Aircraft manufacturer Boeing will work with carmaker BMW to research how to automate the production of ultra-light carbon fibre and how to best recycle the material.
A spokesperson for Boeing said the research will result in cheaper production of carbon fibre, making the material more economically viable to make parts on cars and jetliners produced by the two companies.
It is the first collaboration between the two companies and follows the opening of BMW’s new carbon fibre plant in Washington, USA, where Boeing also has facilities.
With airlines already purchasing planes based on their fuel efficiency, which improves with light weighting, a spokesperson for BMW said that it is also an “the demand of the future from automotive customers.”
The plant produces carbon fibre for the automotive group’s new electric car being released in late 2013, the BMW i3, and the BMW i8 that will follow, the company’s first vehicles with a carbon passenger cell.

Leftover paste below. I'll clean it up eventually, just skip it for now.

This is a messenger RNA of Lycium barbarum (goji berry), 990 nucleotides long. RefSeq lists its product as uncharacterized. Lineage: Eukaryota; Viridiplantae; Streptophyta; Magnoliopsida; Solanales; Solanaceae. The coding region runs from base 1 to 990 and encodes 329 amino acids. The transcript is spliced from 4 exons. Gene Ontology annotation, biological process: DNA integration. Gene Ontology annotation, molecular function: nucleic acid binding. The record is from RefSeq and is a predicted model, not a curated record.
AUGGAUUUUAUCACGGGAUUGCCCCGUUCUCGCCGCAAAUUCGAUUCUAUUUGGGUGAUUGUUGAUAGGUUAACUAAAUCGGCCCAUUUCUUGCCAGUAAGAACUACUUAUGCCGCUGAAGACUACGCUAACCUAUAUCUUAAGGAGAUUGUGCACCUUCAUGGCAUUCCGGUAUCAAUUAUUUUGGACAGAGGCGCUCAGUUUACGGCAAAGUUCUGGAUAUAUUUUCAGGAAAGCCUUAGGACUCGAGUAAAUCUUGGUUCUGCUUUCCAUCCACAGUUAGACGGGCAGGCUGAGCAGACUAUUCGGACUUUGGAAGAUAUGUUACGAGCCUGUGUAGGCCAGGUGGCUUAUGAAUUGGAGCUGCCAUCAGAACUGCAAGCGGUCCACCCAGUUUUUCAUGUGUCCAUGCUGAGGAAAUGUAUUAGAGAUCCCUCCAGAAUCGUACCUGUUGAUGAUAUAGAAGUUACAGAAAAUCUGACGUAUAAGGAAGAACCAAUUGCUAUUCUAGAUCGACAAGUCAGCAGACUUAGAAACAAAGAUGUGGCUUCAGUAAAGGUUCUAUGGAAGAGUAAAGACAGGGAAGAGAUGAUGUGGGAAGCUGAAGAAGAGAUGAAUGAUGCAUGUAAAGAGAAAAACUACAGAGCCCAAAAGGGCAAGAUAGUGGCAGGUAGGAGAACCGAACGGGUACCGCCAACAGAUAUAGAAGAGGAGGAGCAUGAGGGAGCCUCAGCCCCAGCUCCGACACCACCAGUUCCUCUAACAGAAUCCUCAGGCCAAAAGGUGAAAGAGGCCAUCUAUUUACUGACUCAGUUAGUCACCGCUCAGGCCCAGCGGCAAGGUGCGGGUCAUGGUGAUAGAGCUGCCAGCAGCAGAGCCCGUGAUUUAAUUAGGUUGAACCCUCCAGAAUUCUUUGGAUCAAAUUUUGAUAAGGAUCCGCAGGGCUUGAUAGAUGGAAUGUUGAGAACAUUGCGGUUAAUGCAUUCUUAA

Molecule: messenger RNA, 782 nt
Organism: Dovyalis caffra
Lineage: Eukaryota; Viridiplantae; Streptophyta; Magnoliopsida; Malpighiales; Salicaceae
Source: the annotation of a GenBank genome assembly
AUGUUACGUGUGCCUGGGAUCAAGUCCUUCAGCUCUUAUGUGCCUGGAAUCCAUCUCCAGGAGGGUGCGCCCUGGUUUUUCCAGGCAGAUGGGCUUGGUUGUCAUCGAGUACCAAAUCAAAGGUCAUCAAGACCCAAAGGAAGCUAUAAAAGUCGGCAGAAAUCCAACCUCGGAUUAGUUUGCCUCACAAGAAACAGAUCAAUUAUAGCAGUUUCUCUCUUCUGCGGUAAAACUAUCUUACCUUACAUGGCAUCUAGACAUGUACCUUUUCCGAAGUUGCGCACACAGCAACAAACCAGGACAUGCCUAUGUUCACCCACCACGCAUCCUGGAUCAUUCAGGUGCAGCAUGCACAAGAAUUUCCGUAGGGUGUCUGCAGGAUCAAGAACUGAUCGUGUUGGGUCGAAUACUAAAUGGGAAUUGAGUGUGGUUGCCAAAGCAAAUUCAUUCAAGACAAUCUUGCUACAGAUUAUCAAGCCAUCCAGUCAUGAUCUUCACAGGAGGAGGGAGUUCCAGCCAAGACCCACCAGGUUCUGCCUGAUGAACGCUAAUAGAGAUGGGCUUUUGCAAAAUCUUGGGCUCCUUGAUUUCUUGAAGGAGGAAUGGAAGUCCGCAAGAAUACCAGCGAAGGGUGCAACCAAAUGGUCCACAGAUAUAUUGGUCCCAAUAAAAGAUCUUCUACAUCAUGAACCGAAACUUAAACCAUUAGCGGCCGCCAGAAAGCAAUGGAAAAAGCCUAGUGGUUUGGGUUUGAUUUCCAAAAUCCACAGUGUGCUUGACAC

The plant will be home to joint research, with Boeing’s 787 Dreamliner made up of 50% carbon fibre material and the two companies look to swap knowledge on recycling composite material at point of use and at the end of a product’s life between the sectors.
“Boeing has many years of extensive experience using carbon fibre in the field of aviation, while the BMW Group has earned a significant competitive advantage through its use of special manufacturing methods for series production of carbon fibre parts,” said Herbert Diess, board member at BMW.
As part of the collaboration agreement, Boeing and BMW will share carbon fibre manufacturing process simulations and ideas for manufacturing automation.
“This collaboration agreement is a very important step forward in developing the use and end use of carbon fibre materials,” said Larry Schneider, vice president of product development at Boeing.
Mr Schneider commented: “It is especially important that we plan for the end of a product’s life that is made from carbon fibre. We want to look at ways to reclaim and reuse those materials to make new products.”